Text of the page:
Food, SCOTUS, Supreme Court, Washington Post

Eating at the Supreme Court Cafeteria: A Cruel and Unusual Punishment?

Last month, the employee cafe in the D.C. office of Skadden was briefly closed for health code violations. Meanwhile, across town, the Supreme Court cafeteria continues to operate — even though some apparently think it should be struck down like an errant statute.

On what grounds? For serving fare that violates evolving standards of decency. That seems to be the view of a reporter from the Washington Post (via Josh Blackman):

This food should be unconstitutional, we agreed, as my two companions and I sat in the court’s sparsely populated dining area, examining the wan offerings we’d just received.

The restaurant review is part of the WaPo’s ongoing review of federal government cafeterias. Based on the harsh write-up for Cafe Scotus, it sounds like the judiciary is — with apologies to Alexander Bickel — the most dangerous branch.

So, what are some of the specific dishes panned by the Post?

It’s no wonder that Justice Scalia likes to lunch at Tosca. The Court cafeteria’s red meat options leave something to be desired:

The chef’s special, herb-crusted roast beef with rice pilaf and roasted zucchini ($8.25), came sans herb crust and pilaf. The result was a sad-looking dish with an overly salty sauce and merely edible squash.

But the four liberals on the Court, who are probably more vegetarian-leaning, won’t be happy either:

The veggie burger ($5.75), which consisted of what we thought was spinach and a few pieces of chopped carrot and bell pepper, managed to be too dry on the outside and falling-apart mushy on the inside.

Mushy on the inside. Maybe Justice Kennedy might enjoy it?

The prepared salad of mixed greens with apple and walnuts ($5.95) — not the promised pecans — was okay, although the chunks of feta were too big for one bite, and the surplus of vinaigrette sent me into a short bout of coughing.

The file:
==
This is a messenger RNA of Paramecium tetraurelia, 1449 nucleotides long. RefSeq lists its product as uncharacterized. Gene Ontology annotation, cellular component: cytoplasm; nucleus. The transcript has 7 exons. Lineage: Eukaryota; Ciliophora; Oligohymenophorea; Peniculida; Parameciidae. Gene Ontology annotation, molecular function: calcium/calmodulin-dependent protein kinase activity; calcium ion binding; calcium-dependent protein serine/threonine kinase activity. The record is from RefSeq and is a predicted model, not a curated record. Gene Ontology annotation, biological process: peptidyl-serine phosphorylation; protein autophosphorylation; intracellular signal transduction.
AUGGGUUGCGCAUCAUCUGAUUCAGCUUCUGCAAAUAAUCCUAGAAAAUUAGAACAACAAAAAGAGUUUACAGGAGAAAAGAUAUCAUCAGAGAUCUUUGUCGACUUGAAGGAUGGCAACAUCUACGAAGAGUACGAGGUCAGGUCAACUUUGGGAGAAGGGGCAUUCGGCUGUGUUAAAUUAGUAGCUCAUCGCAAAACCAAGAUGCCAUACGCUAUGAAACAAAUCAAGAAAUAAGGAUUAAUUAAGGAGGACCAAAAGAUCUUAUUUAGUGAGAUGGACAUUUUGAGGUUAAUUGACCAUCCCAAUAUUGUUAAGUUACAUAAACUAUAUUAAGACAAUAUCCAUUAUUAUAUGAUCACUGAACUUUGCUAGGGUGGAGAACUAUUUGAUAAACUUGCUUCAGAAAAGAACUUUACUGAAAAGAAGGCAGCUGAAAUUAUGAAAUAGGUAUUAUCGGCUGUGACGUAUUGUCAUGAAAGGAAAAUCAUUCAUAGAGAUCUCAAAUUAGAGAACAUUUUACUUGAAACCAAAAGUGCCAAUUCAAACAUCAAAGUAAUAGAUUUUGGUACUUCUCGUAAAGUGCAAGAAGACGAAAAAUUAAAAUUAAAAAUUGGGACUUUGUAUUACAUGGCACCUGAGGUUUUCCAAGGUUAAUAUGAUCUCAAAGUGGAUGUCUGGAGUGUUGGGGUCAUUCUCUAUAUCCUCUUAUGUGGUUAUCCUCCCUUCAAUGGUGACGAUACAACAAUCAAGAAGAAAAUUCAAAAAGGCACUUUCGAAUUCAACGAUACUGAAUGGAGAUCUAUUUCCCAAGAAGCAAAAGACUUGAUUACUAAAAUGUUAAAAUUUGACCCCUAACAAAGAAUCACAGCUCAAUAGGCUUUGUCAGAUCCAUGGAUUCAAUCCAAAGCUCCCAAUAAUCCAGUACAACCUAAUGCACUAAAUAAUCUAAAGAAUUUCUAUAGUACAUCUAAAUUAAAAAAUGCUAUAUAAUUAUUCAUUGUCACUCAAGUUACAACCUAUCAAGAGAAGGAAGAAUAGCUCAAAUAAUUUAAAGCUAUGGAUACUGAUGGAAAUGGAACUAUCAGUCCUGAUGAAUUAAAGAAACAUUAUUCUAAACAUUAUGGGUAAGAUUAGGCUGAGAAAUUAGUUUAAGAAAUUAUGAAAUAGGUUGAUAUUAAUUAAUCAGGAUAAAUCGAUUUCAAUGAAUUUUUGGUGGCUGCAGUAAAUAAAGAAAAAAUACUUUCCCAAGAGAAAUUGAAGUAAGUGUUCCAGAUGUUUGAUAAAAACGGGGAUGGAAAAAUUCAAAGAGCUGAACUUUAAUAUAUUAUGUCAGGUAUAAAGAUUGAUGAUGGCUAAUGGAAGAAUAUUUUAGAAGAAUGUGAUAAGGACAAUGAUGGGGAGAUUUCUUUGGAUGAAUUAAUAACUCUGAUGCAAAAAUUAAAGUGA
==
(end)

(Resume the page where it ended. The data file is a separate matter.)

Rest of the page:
Bar exam study question: If Washington Post writer Becky Krystal suffered injury, due to choking on excessive vinegar in the salad, can she sue the Supreme Court cafeteria?

In fairness, perhaps the reviewer visited the Court on an off day for the kitchen. The two reviews on Trip Advisor are positive (although several years old). With the Court all done for the Term, and the justices scattered to the winds, Cafe SCOTUS might not be giving its offerings strict scrutiny. Are the cooks getting a bit arbitrary and capricious?

But the Post isn’t alone in condemning the fare at One First Street. Josh Blackman of Fantasy SCOTUS is also not a fan: “I have eaten there a few times, and was quite disappointed. Maybe the Chief can do something about this, now that the doors are forever sealed.”

I’ve eaten at Cafe Scotus just once, and I honestly have no memory of it — which, given the negative reviews, may be just as well.

P.S. These are just excerpts from the Post piece. To find out what Krystal and her dining companions thought of the salmon rice bowl, or to learn the identity of their favorite dish, check out the full review.

WaPo Restaurant Reviewer Gives Supreme Cafeteria an F [Josh Blackman]
How federal government cafeterias stack up: Supreme Court Cafeteria [Washington Post]
The Supreme Court Cafeteria [TripAdvisor]

Earlier: Skadden D.C. Cafeteria: Closed for Health Code Violations!

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